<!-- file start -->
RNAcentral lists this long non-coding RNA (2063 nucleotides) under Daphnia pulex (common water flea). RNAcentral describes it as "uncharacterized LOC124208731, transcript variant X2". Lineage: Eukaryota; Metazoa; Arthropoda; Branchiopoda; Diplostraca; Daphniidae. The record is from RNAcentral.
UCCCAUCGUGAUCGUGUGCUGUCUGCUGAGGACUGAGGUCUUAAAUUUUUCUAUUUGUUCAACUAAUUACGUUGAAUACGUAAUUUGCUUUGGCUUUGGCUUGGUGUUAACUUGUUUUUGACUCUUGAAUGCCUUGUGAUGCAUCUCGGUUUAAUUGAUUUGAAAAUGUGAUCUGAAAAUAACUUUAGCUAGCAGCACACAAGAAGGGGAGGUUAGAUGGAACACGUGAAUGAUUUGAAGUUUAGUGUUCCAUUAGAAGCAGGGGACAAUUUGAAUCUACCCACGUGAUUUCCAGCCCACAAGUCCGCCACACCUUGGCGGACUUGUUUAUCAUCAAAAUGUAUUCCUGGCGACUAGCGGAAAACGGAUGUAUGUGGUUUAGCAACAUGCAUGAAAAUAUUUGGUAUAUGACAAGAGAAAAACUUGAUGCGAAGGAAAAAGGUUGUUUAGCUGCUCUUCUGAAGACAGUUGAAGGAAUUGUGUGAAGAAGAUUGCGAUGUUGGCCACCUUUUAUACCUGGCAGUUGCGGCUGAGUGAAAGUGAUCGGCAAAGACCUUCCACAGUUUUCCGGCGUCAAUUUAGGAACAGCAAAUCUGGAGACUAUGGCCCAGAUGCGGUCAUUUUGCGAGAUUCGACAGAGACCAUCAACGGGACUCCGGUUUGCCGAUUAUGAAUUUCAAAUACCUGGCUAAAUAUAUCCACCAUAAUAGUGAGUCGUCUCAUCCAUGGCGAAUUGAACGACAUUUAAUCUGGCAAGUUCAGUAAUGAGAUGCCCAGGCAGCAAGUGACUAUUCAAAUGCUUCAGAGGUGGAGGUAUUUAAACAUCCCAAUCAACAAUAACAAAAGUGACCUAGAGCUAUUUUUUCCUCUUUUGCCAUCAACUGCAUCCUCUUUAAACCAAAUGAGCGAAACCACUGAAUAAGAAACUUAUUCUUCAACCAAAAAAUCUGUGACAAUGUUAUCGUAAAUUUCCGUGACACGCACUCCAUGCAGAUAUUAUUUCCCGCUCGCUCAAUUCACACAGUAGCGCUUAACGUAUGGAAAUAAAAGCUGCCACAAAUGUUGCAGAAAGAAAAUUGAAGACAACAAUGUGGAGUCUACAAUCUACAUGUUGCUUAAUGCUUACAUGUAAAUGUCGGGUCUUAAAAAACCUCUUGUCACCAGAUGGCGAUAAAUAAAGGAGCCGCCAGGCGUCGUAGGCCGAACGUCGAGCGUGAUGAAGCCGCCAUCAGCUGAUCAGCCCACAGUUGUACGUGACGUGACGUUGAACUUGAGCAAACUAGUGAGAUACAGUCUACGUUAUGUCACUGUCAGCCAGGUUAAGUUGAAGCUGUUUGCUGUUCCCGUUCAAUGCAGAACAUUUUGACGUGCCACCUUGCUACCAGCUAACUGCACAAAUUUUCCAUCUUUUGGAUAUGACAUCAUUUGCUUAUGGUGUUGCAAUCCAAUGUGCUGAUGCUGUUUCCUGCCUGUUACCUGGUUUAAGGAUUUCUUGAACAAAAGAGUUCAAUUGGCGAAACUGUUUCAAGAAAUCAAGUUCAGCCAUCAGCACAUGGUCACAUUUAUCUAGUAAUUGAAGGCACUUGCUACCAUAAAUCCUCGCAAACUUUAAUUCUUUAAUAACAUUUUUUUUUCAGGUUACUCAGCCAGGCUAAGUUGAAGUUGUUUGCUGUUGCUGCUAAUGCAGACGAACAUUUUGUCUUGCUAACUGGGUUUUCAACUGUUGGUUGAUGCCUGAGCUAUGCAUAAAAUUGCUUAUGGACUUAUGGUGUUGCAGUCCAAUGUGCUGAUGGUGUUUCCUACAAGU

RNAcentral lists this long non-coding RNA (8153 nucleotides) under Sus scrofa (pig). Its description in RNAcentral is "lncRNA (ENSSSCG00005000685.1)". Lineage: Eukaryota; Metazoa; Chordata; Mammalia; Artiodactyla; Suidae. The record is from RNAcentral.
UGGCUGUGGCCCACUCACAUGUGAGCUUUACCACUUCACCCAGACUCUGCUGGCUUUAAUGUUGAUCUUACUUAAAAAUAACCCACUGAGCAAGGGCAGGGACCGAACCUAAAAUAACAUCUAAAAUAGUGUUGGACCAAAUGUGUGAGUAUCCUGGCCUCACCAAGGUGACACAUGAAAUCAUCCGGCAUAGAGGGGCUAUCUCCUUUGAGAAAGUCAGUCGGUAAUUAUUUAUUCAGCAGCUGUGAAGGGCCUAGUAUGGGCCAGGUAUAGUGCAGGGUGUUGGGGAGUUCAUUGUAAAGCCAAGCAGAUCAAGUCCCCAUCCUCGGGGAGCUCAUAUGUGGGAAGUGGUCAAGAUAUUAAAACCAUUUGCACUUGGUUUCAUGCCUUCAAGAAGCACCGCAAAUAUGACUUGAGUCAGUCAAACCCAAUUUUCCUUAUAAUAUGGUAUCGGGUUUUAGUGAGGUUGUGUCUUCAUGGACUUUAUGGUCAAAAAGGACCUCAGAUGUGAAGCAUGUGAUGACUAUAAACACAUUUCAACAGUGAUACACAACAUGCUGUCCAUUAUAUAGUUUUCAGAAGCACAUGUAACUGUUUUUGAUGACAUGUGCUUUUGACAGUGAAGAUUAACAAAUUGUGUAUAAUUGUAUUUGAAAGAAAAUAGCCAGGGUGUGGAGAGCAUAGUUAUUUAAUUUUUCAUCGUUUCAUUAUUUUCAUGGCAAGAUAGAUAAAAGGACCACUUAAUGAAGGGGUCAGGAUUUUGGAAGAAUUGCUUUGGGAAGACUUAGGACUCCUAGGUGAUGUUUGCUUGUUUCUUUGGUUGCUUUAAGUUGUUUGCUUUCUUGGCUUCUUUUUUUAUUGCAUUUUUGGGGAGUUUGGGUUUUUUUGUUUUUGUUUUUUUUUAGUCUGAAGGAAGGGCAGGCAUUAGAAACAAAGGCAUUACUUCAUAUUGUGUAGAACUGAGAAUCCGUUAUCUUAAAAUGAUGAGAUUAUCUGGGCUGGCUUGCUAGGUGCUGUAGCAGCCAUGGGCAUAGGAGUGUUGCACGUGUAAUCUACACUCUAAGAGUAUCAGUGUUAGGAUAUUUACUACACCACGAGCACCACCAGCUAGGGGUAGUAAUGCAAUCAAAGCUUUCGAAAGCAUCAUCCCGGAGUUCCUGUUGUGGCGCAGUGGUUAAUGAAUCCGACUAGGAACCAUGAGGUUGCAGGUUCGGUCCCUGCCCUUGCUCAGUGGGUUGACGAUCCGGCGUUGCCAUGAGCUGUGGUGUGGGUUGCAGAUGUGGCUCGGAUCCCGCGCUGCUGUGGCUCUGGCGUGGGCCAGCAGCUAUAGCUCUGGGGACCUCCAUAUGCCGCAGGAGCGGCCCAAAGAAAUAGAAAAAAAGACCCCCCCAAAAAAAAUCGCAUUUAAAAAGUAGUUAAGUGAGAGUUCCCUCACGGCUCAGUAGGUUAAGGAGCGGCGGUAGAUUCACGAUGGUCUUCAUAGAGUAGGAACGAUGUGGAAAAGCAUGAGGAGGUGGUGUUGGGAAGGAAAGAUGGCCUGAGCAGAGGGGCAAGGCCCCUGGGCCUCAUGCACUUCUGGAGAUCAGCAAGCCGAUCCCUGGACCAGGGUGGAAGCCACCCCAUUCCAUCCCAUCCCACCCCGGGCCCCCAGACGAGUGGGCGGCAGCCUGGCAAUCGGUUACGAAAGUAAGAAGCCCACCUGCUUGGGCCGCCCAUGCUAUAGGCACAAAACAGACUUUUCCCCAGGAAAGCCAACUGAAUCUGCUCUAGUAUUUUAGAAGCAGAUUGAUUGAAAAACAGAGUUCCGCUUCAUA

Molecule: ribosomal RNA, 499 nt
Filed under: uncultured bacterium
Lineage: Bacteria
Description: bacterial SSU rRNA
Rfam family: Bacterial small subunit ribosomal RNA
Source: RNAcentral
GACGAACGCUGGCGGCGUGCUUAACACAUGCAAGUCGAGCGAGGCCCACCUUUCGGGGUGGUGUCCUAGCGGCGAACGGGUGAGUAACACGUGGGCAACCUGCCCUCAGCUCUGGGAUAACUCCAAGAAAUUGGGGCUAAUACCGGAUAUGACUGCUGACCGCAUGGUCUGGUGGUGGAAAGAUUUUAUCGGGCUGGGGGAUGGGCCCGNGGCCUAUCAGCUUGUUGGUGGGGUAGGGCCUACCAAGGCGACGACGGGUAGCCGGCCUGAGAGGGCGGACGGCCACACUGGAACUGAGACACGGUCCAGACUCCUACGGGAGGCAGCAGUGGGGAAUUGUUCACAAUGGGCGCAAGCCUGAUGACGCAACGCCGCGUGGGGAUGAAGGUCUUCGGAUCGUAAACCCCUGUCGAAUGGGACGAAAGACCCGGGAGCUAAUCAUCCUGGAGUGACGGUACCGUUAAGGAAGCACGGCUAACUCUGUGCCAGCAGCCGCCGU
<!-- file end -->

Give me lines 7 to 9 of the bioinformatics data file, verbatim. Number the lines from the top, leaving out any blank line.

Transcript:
Lineage: Bacteria
Description: bacterial SSU rRNA
Rfam family: Bacterial small subunit ribosomal RNA